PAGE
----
EppsNet Archive: Poetry

Overheard (Samuel T. Coleridge Edition)

22 Sep 2015 /

Samuel Taylor Coleridge

HIM: Sir Leoline, the Baron rich– Hath a toothless mastiff bitch–
HER: Which.
HIM: I beg your pardon.
HER: Which, not bitch.
HIM: We’ll look it up.

“Nature” is What We See

18 Sep 2015 /

Emily Dickinson

“Nature” is what we see—
The Hill—the Afternoon—
Squirrel—Eclipse—the Bumble bee—
Nay—Nature is Heaven—
Nature is what we hear—
The Bobolink—the Sea—
Thunder—the Cricket—
Nay—Nature is Harmony—
Nature is what we know—
Yet have no art to say—
So impotent Our Wisdom is
To her Simplicity.

How Can You Ever Be Sure?

1 Sep 2015 /

W.S. Merwin

I asked how can you ever be sure
that what you write is really
any good at all and he said you can’t

you can’t you can never be sure
you die without knowing
whether anything you wrote was any good
if you have to be sure don’t write

— W.S. Merwin, “Berryman”


25 Aug 2015 /

Photo by Siderola

Guess what, Dad and I finally figured out Pandora,
and after all those years of silence, our old music
fills the air. It fills the air, and somehow, here,
at this instant and for this instant only
—perhaps three bars—what I recall
equals all I feel, and I remember all the words.

— Rebecca Foust, “Abeyance”

All Joy Wants Eternity

26 Jul 2015 /

O man, take care!
What does the deep midnight declare?
“I was asleep—
From a deep dream I woke and swear:—
The world is deep,
Deeper than day had been aware.
Deep is its woe—
Joy—deeper yet than agony:
Woe implores: Go!
But all joy wants eternity—
Wants deep, wants deep eternity.

— Friedrich Nietzsche, Thus Spoke Zarathustra

e e cummings wishes you a happy fathers day

21 Jun 2015 /

e. e. cummings

my father moved through dooms of love
through sames of am through haves of give,
singing each morning out of each night
my father moved through depths of height

this motionless forgetful where
turned at his glance to shining here;
that if (so timid air is firm)
under his eyes would stir and squirm

newly as from unburied which
floats the first who, his april touch
drove sleeping selves to swarm their fates
woke dreamers to their ghostly roots

and should some why completely weep
my father’s fingers brought her sleep:
vainly no smallest voice might cry
for he could feel the mountains grow.

Lifting the valleys of the sea
my father moved through griefs of joy;
praising a forehead called the moon
singing desire into begin

joy was his song and joy so pure
a heart of star by him could steer
and pure so now and now so yes
the wrists of twilight would rejoice

keen as midsummer’s keen beyond
conceiving mind of sun will stand,
so strictly (over utmost him
so hugely) stood my father’s dream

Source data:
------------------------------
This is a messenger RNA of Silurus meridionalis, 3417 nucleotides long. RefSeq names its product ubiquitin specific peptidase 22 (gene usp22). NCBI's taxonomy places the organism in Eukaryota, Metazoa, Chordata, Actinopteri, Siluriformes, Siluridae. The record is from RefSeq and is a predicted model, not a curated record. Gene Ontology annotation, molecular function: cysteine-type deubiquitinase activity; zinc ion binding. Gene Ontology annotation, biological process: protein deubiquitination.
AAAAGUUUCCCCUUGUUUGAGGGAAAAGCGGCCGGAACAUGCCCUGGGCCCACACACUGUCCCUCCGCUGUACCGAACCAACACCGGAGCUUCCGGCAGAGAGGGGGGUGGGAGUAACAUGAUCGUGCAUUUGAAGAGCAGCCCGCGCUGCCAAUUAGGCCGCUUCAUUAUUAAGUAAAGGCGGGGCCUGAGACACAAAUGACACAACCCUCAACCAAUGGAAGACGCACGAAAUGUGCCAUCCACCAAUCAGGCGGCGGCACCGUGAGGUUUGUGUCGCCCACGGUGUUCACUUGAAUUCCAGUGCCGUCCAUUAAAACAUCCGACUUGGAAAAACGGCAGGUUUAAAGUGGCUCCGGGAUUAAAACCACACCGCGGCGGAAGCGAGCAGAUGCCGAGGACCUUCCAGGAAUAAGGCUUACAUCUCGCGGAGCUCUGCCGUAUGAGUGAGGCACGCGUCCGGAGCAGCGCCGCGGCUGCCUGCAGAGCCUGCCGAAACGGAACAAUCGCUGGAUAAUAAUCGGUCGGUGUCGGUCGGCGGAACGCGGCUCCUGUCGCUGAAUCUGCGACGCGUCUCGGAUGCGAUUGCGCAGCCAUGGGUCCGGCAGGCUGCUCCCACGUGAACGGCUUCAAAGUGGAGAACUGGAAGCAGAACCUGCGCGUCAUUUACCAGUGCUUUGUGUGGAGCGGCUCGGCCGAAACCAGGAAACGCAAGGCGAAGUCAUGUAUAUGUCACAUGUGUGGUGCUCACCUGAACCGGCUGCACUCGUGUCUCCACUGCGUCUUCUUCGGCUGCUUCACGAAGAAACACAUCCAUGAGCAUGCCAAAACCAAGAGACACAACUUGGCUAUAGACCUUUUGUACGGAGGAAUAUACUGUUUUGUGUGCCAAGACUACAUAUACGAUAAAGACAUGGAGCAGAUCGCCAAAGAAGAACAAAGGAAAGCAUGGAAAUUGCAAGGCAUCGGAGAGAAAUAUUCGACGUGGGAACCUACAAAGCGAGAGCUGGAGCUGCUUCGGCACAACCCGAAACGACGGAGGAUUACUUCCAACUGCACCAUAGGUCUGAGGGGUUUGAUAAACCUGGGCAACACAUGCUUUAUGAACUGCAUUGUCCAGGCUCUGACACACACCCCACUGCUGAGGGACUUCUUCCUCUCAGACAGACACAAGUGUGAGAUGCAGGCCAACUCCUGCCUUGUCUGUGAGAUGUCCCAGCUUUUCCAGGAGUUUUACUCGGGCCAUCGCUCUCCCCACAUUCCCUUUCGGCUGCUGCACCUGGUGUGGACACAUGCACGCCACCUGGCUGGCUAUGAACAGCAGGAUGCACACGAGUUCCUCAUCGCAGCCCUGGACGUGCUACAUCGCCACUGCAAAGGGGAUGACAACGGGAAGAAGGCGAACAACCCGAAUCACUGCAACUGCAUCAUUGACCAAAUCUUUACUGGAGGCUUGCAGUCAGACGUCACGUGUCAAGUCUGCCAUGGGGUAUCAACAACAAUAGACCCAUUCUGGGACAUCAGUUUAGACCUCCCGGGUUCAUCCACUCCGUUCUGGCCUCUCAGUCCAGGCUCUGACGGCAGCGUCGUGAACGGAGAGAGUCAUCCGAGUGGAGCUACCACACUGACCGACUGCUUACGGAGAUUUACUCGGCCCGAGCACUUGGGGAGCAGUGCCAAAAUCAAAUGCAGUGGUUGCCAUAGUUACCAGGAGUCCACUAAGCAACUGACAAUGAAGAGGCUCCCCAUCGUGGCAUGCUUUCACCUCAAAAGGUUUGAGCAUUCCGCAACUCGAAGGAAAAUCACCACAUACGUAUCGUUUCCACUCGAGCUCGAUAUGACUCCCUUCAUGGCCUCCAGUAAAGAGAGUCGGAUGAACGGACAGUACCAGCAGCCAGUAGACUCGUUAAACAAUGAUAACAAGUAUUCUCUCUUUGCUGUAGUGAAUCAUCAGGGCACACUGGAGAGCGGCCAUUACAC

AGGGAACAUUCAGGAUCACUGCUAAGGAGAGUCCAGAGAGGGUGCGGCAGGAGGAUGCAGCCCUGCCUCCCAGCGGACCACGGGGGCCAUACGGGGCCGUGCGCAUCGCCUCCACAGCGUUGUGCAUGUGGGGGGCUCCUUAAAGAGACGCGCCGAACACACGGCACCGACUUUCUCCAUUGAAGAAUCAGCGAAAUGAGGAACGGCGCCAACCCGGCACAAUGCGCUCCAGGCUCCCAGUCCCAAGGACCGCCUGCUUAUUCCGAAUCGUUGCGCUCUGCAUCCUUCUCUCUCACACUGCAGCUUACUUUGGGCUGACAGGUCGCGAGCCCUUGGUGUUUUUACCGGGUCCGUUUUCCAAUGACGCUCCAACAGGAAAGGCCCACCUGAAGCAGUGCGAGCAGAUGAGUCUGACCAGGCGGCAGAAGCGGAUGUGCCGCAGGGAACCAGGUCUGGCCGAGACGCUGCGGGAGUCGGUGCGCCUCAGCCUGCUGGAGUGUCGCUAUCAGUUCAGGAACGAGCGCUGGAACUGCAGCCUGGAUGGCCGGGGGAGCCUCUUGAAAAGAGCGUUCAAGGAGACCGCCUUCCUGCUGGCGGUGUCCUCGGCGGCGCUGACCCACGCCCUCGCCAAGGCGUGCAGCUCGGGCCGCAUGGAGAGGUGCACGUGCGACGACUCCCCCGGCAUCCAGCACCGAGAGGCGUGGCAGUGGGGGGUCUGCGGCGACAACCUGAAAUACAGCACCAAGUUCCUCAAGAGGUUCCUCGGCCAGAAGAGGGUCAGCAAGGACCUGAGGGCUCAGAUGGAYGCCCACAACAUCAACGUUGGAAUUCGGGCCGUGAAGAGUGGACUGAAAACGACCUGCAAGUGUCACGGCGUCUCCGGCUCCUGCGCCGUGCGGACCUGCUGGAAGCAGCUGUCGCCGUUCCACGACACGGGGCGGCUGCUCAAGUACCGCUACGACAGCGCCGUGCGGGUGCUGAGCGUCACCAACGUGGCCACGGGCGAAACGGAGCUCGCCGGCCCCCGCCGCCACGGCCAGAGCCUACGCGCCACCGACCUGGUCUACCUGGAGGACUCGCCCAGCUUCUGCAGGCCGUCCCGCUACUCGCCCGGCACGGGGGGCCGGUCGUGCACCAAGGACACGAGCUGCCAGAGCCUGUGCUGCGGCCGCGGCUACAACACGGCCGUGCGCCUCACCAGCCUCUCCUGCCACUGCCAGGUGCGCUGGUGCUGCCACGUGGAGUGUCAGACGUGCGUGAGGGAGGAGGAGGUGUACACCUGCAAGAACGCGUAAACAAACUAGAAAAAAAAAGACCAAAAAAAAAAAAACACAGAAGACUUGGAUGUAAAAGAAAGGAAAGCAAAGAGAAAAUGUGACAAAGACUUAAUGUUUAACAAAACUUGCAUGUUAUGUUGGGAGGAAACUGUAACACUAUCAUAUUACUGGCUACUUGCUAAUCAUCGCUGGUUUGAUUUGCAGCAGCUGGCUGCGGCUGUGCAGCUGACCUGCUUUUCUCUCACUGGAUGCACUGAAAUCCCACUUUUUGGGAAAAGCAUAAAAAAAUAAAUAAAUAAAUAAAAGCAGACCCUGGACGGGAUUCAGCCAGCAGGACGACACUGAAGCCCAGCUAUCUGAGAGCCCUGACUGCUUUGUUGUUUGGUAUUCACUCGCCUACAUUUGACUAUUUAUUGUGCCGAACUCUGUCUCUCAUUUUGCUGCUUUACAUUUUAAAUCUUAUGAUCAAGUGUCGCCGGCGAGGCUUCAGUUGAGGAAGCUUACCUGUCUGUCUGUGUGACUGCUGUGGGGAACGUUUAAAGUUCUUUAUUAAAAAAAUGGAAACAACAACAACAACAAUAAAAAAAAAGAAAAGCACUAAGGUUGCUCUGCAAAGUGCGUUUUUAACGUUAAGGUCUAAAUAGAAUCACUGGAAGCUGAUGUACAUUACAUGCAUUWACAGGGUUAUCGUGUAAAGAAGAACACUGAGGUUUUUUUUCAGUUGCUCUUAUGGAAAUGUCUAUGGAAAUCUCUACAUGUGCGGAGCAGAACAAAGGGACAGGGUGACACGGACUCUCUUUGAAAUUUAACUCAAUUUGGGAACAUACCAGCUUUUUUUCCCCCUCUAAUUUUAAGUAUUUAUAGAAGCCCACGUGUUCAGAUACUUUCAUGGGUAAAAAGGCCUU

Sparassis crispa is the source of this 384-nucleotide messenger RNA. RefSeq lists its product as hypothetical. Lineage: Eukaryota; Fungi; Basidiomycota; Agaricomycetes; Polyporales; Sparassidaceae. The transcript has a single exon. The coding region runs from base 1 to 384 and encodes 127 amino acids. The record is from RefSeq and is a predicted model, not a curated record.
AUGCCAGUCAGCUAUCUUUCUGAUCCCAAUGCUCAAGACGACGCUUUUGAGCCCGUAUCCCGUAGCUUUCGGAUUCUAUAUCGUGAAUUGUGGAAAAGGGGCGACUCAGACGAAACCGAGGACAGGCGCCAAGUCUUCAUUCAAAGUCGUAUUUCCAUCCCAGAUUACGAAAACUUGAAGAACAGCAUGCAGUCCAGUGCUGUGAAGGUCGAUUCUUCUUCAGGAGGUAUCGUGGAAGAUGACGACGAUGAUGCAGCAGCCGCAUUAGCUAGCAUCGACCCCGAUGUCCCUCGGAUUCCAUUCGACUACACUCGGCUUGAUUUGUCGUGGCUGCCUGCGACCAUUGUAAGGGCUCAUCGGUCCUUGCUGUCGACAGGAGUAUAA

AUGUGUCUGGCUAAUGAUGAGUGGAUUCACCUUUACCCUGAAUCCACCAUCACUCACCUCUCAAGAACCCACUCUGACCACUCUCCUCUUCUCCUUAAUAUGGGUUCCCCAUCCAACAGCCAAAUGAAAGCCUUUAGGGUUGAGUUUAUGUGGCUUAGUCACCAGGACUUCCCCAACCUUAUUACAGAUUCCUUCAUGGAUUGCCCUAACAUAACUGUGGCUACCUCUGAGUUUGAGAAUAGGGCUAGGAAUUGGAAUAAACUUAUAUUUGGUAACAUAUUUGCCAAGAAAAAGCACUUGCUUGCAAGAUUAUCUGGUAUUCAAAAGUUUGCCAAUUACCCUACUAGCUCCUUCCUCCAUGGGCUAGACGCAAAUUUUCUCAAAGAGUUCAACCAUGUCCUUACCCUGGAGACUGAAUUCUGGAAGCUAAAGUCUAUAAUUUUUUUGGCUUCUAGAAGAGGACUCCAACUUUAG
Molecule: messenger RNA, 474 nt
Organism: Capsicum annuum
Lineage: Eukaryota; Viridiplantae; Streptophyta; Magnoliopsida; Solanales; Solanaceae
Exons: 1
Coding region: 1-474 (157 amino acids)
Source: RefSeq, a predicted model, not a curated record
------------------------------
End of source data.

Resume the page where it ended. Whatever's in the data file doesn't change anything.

his flesh was flesh his blood was blood:
no hungry man but wished him food;
no cripple wouldn’t creep one mile
uphill to only see him smile.

Scorning the Pomp of must and shall
my father moved through dooms of feel;
his anger was as right as rain
his pity was as green as grain

septembering arms of year extend
less humbly wealth to foe and friend
than he to foolish and to wise
offered immeasurable is

proudly and (by octobering flame
beckoned) as earth will downward climb,
so naked for immortal work
his shoulders marched against the dark

his sorrow was as true as bread:
no liar looked him in the head;
if every friend became his foe
he’d laugh and build a world with snow.

My father moved through theys of we,
singing each new leaf out of each tree
(and every child was sure that spring
danced when she heard my father sing)

then let men kill which cannot share,
let blood and flesh be mud and mire,
scheming imagine, passion willed,
freedom a drug that’s bought and sold

giving to steal and cruel kind,
a heart to fear, to doubt a mind,
to differ a disease of same,
conform the pinnacle of am

though dull were all we taste as bright,
bitter all utterly things sweet,
maggoty minus and dumb death
all we inherit, all bequeath

and nothing quite so least as truth
—i say though hate were why men breathe—
because my Father lived his soul
love is the whole and more than all

— e.e. cummings, “my father moved through dooms of love”

Summer Triptych

12 Jun 2015 /

The world is water
to these bronzed boys
on their surfboards,
riding the sexual waves
of Maui
like so many fearless
cowboys, challenging
death on bucking
broncos of foam.

On the beach at Santorini
we ate those tiny silverfish
grilled straight from the sea,
and when the sun went down
in the flaming west
there was applause
from all the sated diners,
as if it had done its acrobatic plunge
just for them.

Swathed from head to toe
in seeming veils of muslin,
the figure in the Nantucket fog
poles along the shoreline on a flat barge.
It could be Charon transporting souls
across the River Styx, or just
another fisherman in a hoodie,
trolling for bluefish
on the outgoing tide.

— Linda Pastan, “Summer Triptych”
Ho'okipa Beach Surfing Maui

Ho’okipa Beach Surfing Maui 

Aedh Wishes for the Cloths of Heaven

1 Jun 2015 /

William Butler Yeats

Had I the heavens’ embroidered cloths,
Enwrought with golden and silver light,
The blue and the dim and the dark cloths
Of night and light and the half light,
I would spread the cloths under your feet:
But I, being poor, have only my dreams;
I have spread my dreams under your feet;
Tread softly because you tread on my dreams.

— W. B. Yeats, “Aedh Wishes for the Cloths of Heaven”


1 Feb 2015 /

Be still,—be still!
Midnight’s arch is broken
In thy ceaseless ripples.
Dark and cold below them
Runs the troubled water,—
Only on its bosom,
Shimmering and trembling,
Doth the glinted star-shine
Sparkle and cease.

Be still,—be still!
Boundless truth is shattered
On thy hurrying current.
Rest, with face uplifted,
Calm, serenely quiet;
Drink the deathless beauty—
Thrills of love and wonder
Sinking, shining, star-like;
Till the mirrored heaven
Hollow down within thee
Holy deeps unfathomed,
Where far thoughts go floating,
And low voices wander
Whispering peace.

— Edward Roland Sill, “Serenity”


15 Jan 2015 /

I will mix me a drink of stars,—
Large stars with polychrome needles,
Small stars jetting maroon and crimson,
Cool, quiet, green stars.
I will tear them out of the sky,
And squeeze them over an old silver cup,
And I will pour the cold scorn of my Beloved into it,
So that my drink shall be bubbled with ice.

It will lap and scratch
As I swallow it down;
And I shall feel it as a serpent of fire,
Coiling and twisting in my belly.
His snortings will rise to my head,
And I shall be hot, and laugh,
Forgetting that I have ever known a woman.

— Amy Lowell, “Vintage”


3 Jan 2015 /

Carl Sandburg

Out of your many faces
Flash memories to me
Now at the day end